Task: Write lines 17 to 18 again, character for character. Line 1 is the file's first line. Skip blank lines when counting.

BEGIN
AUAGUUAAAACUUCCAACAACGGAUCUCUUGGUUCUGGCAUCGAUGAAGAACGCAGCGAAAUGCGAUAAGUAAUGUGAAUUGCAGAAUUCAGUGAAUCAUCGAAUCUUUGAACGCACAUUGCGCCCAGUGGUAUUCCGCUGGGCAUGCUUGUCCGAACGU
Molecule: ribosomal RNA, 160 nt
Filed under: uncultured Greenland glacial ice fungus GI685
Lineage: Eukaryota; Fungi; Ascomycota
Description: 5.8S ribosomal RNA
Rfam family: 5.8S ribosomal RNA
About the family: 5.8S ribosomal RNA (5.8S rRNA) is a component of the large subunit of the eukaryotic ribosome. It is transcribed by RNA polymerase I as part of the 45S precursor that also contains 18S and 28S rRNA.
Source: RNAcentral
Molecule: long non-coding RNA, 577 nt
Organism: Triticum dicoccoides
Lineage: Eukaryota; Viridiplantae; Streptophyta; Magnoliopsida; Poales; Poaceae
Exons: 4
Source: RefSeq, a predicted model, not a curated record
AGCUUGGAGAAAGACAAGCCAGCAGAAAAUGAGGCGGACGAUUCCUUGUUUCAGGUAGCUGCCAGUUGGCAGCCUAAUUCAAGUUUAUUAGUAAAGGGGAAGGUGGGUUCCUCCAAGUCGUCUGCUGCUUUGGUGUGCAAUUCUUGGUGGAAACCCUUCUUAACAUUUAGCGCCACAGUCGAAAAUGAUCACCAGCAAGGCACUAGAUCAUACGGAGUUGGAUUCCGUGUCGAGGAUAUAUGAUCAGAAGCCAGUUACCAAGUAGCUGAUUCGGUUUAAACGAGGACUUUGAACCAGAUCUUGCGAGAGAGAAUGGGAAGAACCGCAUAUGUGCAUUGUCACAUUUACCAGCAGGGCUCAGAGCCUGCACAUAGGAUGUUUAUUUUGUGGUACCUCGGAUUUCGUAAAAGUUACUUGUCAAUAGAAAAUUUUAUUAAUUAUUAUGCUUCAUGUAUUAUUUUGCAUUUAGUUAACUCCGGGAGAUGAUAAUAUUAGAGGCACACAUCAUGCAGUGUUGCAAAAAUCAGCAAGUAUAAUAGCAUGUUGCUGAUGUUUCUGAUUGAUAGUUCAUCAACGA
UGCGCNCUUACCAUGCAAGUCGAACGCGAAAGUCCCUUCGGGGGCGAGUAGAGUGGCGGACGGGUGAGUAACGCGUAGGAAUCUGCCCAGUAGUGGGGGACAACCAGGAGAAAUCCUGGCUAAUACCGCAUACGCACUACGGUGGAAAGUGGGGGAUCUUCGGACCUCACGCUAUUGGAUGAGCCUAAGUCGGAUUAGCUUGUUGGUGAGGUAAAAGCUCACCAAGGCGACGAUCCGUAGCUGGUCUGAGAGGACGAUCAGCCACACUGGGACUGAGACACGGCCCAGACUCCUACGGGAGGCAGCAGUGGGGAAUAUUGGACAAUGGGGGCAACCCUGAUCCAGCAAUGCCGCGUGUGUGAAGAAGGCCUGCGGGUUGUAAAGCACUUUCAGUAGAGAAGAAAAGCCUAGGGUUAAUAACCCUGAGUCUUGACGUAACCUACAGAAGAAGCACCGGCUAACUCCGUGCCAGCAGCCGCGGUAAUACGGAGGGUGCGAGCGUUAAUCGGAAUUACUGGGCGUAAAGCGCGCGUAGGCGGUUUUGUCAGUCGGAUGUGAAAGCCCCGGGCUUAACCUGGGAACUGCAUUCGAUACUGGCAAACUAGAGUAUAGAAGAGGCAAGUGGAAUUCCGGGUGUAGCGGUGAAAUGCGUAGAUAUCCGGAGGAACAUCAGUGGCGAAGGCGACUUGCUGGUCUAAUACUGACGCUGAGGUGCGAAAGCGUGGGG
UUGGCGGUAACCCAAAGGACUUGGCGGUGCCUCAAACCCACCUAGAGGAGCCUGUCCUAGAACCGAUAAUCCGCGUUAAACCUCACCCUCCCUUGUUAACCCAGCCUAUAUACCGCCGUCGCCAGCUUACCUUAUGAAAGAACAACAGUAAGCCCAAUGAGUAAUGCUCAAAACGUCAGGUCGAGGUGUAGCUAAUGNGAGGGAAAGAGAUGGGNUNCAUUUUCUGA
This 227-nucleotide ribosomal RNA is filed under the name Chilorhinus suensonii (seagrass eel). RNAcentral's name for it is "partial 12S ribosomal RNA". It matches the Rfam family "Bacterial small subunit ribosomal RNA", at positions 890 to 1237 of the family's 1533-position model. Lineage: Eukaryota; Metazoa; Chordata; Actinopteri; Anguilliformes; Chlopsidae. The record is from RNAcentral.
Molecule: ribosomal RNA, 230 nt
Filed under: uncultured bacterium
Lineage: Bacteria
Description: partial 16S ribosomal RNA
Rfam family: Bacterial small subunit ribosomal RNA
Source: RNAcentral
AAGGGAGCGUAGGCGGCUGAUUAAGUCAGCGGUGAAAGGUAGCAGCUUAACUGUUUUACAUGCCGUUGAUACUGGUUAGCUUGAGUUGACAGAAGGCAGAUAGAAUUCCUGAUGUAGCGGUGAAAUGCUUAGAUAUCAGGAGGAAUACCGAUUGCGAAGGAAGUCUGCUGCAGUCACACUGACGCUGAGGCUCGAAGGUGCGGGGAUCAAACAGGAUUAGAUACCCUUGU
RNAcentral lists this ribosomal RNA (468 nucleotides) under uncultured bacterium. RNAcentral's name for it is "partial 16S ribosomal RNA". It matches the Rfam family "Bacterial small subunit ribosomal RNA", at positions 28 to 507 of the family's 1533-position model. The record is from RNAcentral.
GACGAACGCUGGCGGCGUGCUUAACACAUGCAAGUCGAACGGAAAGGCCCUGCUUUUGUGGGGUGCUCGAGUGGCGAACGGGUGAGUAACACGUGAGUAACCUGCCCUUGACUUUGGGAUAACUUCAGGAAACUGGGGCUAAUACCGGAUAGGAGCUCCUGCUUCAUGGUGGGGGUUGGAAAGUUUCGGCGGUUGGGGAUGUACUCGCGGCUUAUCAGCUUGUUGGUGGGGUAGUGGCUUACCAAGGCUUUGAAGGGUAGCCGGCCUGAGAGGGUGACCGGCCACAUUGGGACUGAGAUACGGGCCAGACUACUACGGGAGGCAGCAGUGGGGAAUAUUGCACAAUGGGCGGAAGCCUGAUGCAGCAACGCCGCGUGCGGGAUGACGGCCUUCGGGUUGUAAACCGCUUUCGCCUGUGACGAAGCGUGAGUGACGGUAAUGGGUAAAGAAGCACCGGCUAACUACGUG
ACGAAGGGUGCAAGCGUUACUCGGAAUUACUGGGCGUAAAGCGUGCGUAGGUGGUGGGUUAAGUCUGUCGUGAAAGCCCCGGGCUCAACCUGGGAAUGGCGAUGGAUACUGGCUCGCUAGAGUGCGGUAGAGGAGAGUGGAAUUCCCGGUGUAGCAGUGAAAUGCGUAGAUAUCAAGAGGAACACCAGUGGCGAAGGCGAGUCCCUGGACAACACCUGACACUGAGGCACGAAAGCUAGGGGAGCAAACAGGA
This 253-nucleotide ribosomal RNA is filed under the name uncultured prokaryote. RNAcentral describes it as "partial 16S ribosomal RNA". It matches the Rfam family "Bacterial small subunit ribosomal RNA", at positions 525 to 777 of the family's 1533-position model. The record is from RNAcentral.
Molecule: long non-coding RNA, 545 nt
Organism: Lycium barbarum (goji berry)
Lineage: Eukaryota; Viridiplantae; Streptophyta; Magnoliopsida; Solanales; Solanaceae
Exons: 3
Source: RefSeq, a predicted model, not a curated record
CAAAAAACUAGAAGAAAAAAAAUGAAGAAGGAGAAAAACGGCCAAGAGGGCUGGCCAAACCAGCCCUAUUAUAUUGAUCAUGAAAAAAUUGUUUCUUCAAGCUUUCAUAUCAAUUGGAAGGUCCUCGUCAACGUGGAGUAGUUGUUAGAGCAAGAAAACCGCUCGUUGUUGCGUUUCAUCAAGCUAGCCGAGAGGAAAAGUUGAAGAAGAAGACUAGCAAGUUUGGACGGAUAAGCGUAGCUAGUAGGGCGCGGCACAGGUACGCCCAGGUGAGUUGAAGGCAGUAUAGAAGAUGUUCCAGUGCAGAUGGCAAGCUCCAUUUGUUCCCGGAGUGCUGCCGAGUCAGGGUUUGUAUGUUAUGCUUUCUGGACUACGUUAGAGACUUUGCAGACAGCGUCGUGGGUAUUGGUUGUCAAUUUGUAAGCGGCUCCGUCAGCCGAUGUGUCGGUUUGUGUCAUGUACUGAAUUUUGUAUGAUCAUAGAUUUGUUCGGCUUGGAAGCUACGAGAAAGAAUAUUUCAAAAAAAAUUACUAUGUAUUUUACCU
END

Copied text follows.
This 227-nucleotide ribosomal RNA is filed under the name Chilorhinus suensonii (seagrass eel). RNAcentral's name for it is "partial 12S ribosomal RNA". It matches the Rfam family "Bacterial small subunit ribosomal RNA", at positions 890 to 1237 of the family's 1533-position model. Lineage: Eukaryota; Metazoa; Chordata; Actinopteri; Anguilliformes; Chlopsidae. The record is from RNAcentral.
Molecule: ribosomal RNA, 230 nt